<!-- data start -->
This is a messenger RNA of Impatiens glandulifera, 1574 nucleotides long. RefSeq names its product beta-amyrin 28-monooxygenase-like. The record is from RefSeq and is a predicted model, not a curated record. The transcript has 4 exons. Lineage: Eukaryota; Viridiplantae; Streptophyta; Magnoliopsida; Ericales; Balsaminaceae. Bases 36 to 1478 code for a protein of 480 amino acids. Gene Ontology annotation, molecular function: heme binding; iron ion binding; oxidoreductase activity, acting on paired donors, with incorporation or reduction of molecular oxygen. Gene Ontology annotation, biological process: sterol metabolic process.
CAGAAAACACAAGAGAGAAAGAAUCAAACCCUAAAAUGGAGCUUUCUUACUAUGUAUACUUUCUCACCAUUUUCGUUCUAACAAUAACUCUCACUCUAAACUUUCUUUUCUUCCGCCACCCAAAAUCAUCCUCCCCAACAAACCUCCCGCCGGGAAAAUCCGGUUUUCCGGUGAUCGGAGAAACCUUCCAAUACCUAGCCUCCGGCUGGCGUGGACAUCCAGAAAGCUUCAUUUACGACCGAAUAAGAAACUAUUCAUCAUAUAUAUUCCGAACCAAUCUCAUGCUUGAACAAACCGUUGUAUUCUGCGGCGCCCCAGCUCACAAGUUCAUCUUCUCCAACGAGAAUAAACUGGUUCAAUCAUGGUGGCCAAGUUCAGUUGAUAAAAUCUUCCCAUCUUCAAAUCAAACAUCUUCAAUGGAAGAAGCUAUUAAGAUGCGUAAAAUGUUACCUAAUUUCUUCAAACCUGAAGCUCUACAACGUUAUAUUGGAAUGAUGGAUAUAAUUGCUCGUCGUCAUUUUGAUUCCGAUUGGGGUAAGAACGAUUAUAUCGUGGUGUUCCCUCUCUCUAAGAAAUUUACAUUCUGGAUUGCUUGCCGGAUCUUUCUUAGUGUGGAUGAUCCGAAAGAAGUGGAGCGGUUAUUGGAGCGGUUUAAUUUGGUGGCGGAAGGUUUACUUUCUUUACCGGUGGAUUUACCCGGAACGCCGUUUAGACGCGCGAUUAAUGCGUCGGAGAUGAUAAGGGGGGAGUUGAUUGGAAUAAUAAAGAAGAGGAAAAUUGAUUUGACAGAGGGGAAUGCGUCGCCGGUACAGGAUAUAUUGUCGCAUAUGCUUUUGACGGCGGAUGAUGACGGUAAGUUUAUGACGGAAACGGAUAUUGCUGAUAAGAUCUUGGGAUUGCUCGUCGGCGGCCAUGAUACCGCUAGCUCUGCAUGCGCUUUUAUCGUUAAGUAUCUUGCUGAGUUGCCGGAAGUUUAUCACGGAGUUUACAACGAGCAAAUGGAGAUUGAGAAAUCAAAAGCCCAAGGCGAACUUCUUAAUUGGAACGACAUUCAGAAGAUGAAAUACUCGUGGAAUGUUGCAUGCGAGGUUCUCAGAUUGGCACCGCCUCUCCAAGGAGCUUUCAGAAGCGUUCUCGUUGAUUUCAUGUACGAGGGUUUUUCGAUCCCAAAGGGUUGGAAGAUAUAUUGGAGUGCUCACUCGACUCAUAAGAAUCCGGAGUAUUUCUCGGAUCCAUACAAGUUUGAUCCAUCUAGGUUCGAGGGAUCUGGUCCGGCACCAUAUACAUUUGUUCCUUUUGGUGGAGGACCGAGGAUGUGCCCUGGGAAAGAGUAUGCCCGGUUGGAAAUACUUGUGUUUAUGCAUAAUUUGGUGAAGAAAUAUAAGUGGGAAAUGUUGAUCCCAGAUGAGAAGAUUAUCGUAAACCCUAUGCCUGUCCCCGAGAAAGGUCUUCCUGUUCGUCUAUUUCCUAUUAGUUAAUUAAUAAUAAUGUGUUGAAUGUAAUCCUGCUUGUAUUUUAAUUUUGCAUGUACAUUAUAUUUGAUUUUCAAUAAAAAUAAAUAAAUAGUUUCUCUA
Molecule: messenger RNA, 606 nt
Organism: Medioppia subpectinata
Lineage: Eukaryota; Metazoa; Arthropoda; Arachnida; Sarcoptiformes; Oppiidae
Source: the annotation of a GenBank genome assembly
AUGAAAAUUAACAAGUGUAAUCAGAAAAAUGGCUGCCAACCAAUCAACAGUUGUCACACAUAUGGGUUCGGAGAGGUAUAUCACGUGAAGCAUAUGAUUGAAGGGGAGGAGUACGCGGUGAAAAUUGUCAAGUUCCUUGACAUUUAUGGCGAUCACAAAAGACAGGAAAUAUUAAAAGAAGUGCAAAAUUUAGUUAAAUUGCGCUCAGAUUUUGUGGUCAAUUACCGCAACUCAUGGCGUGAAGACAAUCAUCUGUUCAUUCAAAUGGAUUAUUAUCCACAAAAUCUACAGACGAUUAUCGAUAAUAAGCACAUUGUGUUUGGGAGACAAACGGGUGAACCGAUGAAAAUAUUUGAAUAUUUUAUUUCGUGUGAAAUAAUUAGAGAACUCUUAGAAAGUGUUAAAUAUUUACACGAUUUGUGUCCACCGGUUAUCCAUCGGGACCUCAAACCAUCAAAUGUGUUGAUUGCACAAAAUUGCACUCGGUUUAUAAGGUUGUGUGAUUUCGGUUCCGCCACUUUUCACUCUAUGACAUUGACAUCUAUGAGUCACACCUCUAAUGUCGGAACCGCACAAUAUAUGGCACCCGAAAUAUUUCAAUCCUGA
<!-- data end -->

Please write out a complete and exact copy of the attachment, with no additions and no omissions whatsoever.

This is a messenger RNA of Impatiens glandulifera, 1574 nucleotides long. RefSeq names its product beta-amyrin 28-monooxygenase-like. The record is from RefSeq and is a predicted model, not a curated record. The transcript has 4 exons. Lineage: Eukaryota; Viridiplantae; Streptophyta; Magnoliopsida; Ericales; Balsaminaceae. Bases 36 to 1478 code for a protein of 480 amino acids. Gene Ontology annotation, molecular function: heme binding; iron ion binding; oxidoreductase activity, acting on paired donors, with incorporation or reduction of molecular oxygen. Gene Ontology annotation, biological process: sterol metabolic process.
CAGAAAACACAAGAGAGAAAGAAUCAAACCCUAAAAUGGAGCUUUCUUACUAUGUAUACUUUCUCACCAUUUUCGUUCUAACAAUAACUCUCACUCUAAACUUUCUUUUCUUCCGCCACCCAAAAUCAUCCUCCCCAACAAACCUCCCGCCGGGAAAAUCCGGUUUUCCGGUGAUCGGAGAAACCUUCCAAUACCUAGCCUCCGGCUGGCGUGGACAUCCAGAAAGCUUCAUUUACGACCGAAUAAGAAACUAUUCAUCAUAUAUAUUCCGAACCAAUCUCAUGCUUGAACAAACCGUUGUAUUCUGCGGCGCCCCAGCUCACAAGUUCAUCUUCUCCAACGAGAAUAAACUGGUUCAAUCAUGGUGGCCAAGUUCAGUUGAUAAAAUCUUCCCAUCUUCAAAUCAAACAUCUUCAAUGGAAGAAGCUAUUAAGAUGCGUAAAAUGUUACCUAAUUUCUUCAAACCUGAAGCUCUACAACGUUAUAUUGGAAUGAUGGAUAUAAUUGCUCGUCGUCAUUUUGAUUCCGAUUGGGGUAAGAACGAUUAUAUCGUGGUGUUCCCUCUCUCUAAGAAAUUUACAUUCUGGAUUGCUUGCCGGAUCUUUCUUAGUGUGGAUGAUCCGAAAGAAGUGGAGCGGUUAUUGGAGCGGUUUAAUUUGGUGGCGGAAGGUUUACUUUCUUUACCGGUGGAUUUACCCGGAACGCCGUUUAGACGCGCGAUUAAUGCGUCGGAGAUGAUAAGGGGGGAGUUGAUUGGAAUAAUAAAGAAGAGGAAAAUUGAUUUGACAGAGGGGAAUGCGUCGCCGGUACAGGAUAUAUUGUCGCAUAUGCUUUUGACGGCGGAUGAUGACGGUAAGUUUAUGACGGAAACGGAUAUUGCUGAUAAGAUCUUGGGAUUGCUCGUCGGCGGCCAUGAUACCGCUAGCUCUGCAUGCGCUUUUAUCGUUAAGUAUCUUGCUGAGUUGCCGGAAGUUUAUCACGGAGUUUACAACGAGCAAAUGGAGAUUGAGAAAUCAAAAGCCCAAGGCGAACUUCUUAAUUGGAACGACAUUCAGAAGAUGAAAUACUCGUGGAAUGUUGCAUGCGAGGUUCUCAGAUUGGCACCGCCUCUCCAAGGAGCUUUCAGAAGCGUUCUCGUUGAUUUCAUGUACGAGGGUUUUUCGAUCCCAAAGGGUUGGAAGAUAUAUUGGAGUGCUCACUCGACUCAUAAGAAUCCGGAGUAUUUCUCGGAUCCAUACAAGUUUGAUCCAUCUAGGUUCGAGGGAUCUGGUCCGGCACCAUAUACAUUUGUUCCUUUUGGUGGAGGACCGAGGAUGUGCCCUGGGAAAGAGUAUGCCCGGUUGGAAAUACUUGUGUUUAUGCAUAAUUUGGUGAAGAAAUAUAAGUGGGAAAUGUUGAUCCCAGAUGAGAAGAUUAUCGUAAACCCUAUGCCUGUCCCCGAGAAAGGUCUUCCUGUUCGUCUAUUUCCUAUUAGUUAAUUAAUAAUAAUGUGUUGAAUGUAAUCCUGCUUGUAUUUUAAUUUUGCAUGUACAUUAUAUUUGAUUUUCAAUAAAAAUAAAUAAAUAGUUUCUCUA
Molecule: messenger RNA, 606 nt
Organism: Medioppia subpectinata
Lineage: Eukaryota; Metazoa; Arthropoda; Arachnida; Sarcoptiformes; Oppiidae
Source: the annotation of a GenBank genome assembly
AUGAAAAUUAACAAGUGUAAUCAGAAAAAUGGCUGCCAACCAAUCAACAGUUGUCACACAUAUGGGUUCGGAGAGGUAUAUCACGUGAAGCAUAUGAUUGAAGGGGAGGAGUACGCGGUGAAAAUUGUCAAGUUCCUUGACAUUUAUGGCGAUCACAAAAGACAGGAAAUAUUAAAAGAAGUGCAAAAUUUAGUUAAAUUGCGCUCAGAUUUUGUGGUCAAUUACCGCAACUCAUGGCGUGAAGACAAUCAUCUGUUCAUUCAAAUGGAUUAUUAUCCACAAAAUCUACAGACGAUUAUCGAUAAUAAGCACAUUGUGUUUGGGAGACAAACGGGUGAACCGAUGAAAAUAUUUGAAUAUUUUAUUUCGUGUGAAAUAAUUAGAGAACUCUUAGAAAGUGUUAAAUAUUUACACGAUUUGUGUCCACCGGUUAUCCAUCGGGACCUCAAACCAUCAAAUGUGUUGAUUGCACAAAAUUGCACUCGGUUUAUAAGGUUGUGUGAUUUCGGUUCCGCCACUUUUCACUCUAUGACAUUGACAUCUAUGAGUCACACCUCUAAUGUCGGAACCGCACAAUAUAUGGCACCCGAAAUAUUUCAAUCCUGA